Answering yesterday’s questions: Mideast going to hell
John McCreary of NightWatch fame answers my question of yesterday about what the Saudi bombing in Yemen (and the Israeli arms interception near Cyprus) might mean: The significance is that Saudi Arabia is now engaged in counter-insurgency operations. Tallying the score in the Middle East-south Asian region during the past five years, a Shiite government ...
The significance is that Saudi Arabia is now engaged in counter-insurgency operations. Tallying the score in the Middle East-south Asian region during the past five years, a Shiite government is in Baghdad, replacing a secular government, but violence is down for now.
The Taliban in Afghanistan now operate in more than 220 of the 400 districts in Afghanistan, compared to fewer than 30 five years ago. A new Pakistani Taliban movement has sustained insurgency in the Pakistan border regions and spread terror east of the Indus River boundary and threatened to carry it to India.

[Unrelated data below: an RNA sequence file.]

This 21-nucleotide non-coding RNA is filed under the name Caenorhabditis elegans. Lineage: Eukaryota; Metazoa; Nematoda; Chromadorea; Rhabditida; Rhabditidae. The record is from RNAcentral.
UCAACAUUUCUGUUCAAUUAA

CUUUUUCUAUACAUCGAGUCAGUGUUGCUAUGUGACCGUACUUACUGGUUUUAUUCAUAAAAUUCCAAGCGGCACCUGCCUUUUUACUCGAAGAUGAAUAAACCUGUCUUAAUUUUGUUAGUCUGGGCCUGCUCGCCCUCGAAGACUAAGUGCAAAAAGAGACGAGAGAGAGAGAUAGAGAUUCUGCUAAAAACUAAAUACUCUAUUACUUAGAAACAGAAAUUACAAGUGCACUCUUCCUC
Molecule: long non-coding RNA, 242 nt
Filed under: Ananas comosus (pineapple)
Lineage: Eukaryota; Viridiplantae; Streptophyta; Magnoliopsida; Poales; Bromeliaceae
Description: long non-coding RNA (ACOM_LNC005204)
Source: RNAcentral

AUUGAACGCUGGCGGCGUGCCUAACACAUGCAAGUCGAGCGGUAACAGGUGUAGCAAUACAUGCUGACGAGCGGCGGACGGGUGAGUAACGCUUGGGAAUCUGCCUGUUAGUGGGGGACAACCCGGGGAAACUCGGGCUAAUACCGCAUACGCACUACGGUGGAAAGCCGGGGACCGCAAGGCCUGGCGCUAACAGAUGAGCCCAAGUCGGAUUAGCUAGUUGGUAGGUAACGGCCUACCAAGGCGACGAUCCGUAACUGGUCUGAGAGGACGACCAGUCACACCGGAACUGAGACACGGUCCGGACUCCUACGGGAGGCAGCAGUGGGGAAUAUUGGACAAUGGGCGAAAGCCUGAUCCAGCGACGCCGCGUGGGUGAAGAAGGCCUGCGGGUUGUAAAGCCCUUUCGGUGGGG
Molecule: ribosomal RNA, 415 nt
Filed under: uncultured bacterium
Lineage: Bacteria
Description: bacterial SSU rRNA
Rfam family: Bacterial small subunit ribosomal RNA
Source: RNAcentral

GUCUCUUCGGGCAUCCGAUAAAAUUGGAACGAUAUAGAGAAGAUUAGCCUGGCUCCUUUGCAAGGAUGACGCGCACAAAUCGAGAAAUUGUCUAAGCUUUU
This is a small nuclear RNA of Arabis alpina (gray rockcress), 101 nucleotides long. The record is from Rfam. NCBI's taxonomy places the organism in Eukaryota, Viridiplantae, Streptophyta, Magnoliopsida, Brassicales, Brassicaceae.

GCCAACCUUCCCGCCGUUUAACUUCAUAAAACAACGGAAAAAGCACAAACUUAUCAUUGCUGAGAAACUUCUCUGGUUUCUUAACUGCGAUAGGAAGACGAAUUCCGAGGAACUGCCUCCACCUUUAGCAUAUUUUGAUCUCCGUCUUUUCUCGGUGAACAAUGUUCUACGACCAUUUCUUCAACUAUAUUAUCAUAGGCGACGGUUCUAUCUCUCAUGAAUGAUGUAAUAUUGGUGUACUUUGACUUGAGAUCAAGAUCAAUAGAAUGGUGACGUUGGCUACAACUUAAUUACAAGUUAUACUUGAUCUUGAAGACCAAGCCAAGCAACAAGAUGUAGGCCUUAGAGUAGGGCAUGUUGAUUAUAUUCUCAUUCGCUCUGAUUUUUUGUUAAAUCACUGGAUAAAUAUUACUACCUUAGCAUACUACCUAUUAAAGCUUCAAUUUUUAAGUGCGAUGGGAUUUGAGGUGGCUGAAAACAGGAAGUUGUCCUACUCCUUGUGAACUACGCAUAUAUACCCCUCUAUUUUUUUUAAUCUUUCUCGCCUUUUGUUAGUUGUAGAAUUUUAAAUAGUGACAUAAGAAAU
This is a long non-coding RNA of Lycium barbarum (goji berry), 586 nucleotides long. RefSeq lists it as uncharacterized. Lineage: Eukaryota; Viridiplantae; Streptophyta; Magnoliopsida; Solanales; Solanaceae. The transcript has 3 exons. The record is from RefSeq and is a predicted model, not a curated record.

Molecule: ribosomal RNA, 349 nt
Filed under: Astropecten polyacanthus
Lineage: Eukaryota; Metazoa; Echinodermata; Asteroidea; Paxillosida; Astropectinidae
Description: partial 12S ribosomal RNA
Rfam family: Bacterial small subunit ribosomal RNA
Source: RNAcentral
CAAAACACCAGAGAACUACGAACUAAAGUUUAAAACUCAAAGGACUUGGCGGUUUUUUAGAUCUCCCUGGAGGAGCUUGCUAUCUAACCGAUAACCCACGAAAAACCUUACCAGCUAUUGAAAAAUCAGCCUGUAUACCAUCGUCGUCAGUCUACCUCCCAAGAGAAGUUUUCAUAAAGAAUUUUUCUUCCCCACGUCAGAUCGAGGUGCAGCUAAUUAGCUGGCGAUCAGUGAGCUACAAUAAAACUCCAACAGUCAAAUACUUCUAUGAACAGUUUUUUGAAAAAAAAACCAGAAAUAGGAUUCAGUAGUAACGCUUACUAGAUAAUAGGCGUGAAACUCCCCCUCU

Iran and North Korea have continued to proliferate weapons of mass destruction and their delivery systems. Lebanon has no government. Most Central Asian states have returned to the Russian fold. Western China has become less stable and more unpredictable. Yemen is fighting a low level civil war that has now required Saudi Arabian air force assistance. Iran continues to send arms to its proxies in Lebanon, Gaza, Sudan, Eritrea and Somalia. New Iranian made rockets now held by Hamas in Gaza can reach Tel Aviv, and maybe Dimona. Iran’s nuclear program continues to expand.
The tally does not look like progress towards stability.”
Thomas E. Ricks is a former contributing editor to Foreign Policy. Twitter: @tomricks1
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